Walter McCarty doesn’t have to try very hard to recall Richard Pitino moments from their time working together. From the time both Pitino and McCarty arrived at Louisville, working as assistants under head coach Rick Pitino, the father’s son was everywhere.

“Richard outworked everyone in the office,” said McCarty, a 10-year NBA veteran who played for Rick Pitino in college at Kentucky. “He was there before everybody. He left after everybody. He was on the phone. He was just always working, and I think that’s one of the biggest [characteristics] he took from his father.”

Those traits help form a fuller picture of the new Gophers men’s basketball coach, one that suggests the 30-year-old — who was just 25 when he first worked with McCarty — could be a special case, like some successful “kid” coaches who have set a trend toward younger hires.

But hiring young still is risky.

For every budding sensation who prospers, there is one that doesn’t, many of them falling so quickly off the map that they’re hastily forgotten. Jeff Capel and Tommy Amaker in college basketball and Josh McDaniels in the NFL, all offer examples of coaches who jumped into high-profile positions and then swiftly stumbled.

Even Rick Pitino — who got his head coaching start even younger than his son — implied that most fathers’ gut reactions would be to encourage patience, rather than big leaps.

“You don’t want your son in that situation, you want him to take his time,” the elder Pitino told media on Thursday at the Final Four. Still, he thinks Richard is different.

“He is more than ready. I drove him harder than I drove Billy,” Pitino said, referring to Billy Donovan, the coach at Florida and one of Pitino’s protégés. “He is more than ready.”

Cautionary tales

Not every young coach finds success.

McDaniels is the example that perhaps comes to mind most often. He was the youngest coach in the NFL at age 32 when he was hired by the Denver Broncos in 2009, and was soon out of a job. Amaker (Seton Hall and Michigan) and Capel (Oklahoma) had some early success as young coaches but ultimately left top jobs with expectations unmet.

The Gophers are hoping their own young coach finds his footing faster than some, something that those close to Pitino say comes naturally.

The age question has been an obvious theme early as Pitino makes the transition to the Gophers, but it’s not one he shies away from, telling the media on Friday, “I embrace the fact that I’m young.”

“He’s not your average 30-year-old,” McCarty said. “He’s going to be able to get it done. He takes his job very seriously. He takes his craft very seriously. The kids at the university — that program — will be top priority.”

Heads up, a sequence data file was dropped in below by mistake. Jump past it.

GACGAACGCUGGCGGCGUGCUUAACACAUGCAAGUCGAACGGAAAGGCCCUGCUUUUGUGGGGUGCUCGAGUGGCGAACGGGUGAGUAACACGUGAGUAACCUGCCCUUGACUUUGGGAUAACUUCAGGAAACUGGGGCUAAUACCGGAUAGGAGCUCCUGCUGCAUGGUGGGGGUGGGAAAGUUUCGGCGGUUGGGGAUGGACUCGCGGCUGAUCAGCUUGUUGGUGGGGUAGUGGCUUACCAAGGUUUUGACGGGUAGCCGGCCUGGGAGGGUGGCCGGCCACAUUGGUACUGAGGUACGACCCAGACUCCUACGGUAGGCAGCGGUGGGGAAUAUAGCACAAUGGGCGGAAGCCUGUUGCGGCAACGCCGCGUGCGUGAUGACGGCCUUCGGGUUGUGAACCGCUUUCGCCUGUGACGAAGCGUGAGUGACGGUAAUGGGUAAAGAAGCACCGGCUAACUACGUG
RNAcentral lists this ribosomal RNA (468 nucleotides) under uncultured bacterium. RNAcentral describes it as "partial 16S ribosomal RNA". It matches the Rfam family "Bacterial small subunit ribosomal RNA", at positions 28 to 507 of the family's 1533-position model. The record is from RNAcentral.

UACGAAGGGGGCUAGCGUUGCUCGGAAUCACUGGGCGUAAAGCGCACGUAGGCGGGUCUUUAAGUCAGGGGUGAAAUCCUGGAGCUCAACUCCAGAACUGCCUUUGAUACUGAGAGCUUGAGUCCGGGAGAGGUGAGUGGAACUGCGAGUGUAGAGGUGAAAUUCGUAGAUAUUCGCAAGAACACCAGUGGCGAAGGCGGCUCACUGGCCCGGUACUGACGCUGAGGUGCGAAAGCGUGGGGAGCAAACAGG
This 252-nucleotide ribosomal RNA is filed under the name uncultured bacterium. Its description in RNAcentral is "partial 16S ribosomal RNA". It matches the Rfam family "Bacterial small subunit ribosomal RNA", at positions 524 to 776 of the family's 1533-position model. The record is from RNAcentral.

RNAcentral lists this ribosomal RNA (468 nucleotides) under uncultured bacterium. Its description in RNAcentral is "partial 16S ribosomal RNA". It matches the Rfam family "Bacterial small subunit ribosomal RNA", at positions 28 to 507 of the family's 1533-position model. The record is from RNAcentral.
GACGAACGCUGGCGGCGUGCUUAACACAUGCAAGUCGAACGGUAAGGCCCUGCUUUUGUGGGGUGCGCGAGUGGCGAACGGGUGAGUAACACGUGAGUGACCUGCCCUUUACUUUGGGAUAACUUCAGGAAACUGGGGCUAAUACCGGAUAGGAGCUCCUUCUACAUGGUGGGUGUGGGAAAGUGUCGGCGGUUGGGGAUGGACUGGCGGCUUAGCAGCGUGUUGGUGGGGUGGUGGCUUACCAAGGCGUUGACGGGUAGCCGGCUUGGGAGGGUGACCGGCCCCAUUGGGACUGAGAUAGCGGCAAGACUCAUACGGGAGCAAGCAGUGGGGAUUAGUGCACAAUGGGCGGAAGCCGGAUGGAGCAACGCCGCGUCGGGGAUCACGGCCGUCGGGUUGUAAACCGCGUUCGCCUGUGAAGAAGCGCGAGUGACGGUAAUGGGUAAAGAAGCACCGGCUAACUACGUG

Success stories

There have, of course, been plenty of examples of young coaches who have panned out — and enough who have been exceedingly successful to make it worth the risk.

VCU’s Shaka Smart, who Gophers fans originally coveted, is still only 35. Brad Stevens, who has taken Butler to the national title game twice, is 36. Donovan — the other coach that Richard Pitino credits with his style and upbringing — took over the Gators in 1996 when he was 30.

The profile of the New Age coach — who is younger, full of energy, and pays attention to advanced statistics — has become attractive for both athletic directors, who hope to find their own version of a burgeoning basketball brain, and fans, who get excited about the upside.

Minnesota athletic director Norwood Teague said he didn’t specifically seek out that trait, but that he looks at it as an advantage.

Teague’s last basketball hire at VCU was Smart, who carried the school to national prominence with a Final Four berth.

“The youth thing was not something that we set out in the search that was a must,” Teague said. “In talking to Richard, I thought it was definitely an asset, and I thought it was a plus in the end.”

A young gun

Pitino is at a unique juncture of a noteworthy past experience — five years combined as an assistant at Florida and Louisville — and seems to have the youthful energy and fire necessary to take a program to the next level.

It’s something McCarty, who first met a middle school-aged Pitino when McCarty played for Kentucky, said Richard has been preparing for since a very young age.

“His brothers were big sports fans and loved the game,” McCarty said. “But not in the manner that Richard loves it. You could tell with Richard — he knows the game and he wants to be a coach, follow in his dad’s footsteps.”

As he has, he’s impressed many around him, and has caused those close to him to simply shake their heads when the idea of him being raw comes up.

Minnesota has willingly taken the risk associated with Pitino’s age, putting faith in the idea that he will be one of the successes rather than the flops.

“Age is the most underrated thing,” said Steve Masiello, a longtime friend of Pitino and current coach at Manhattan College. “Experience is the key. He’s been doing this since he was 17 years old. You could be 55 and not have the experience Rich has had.

“The players he’s coached the places he’s been. [Working under] Billy Donovan, Rick Pitino. Age is meaningless.”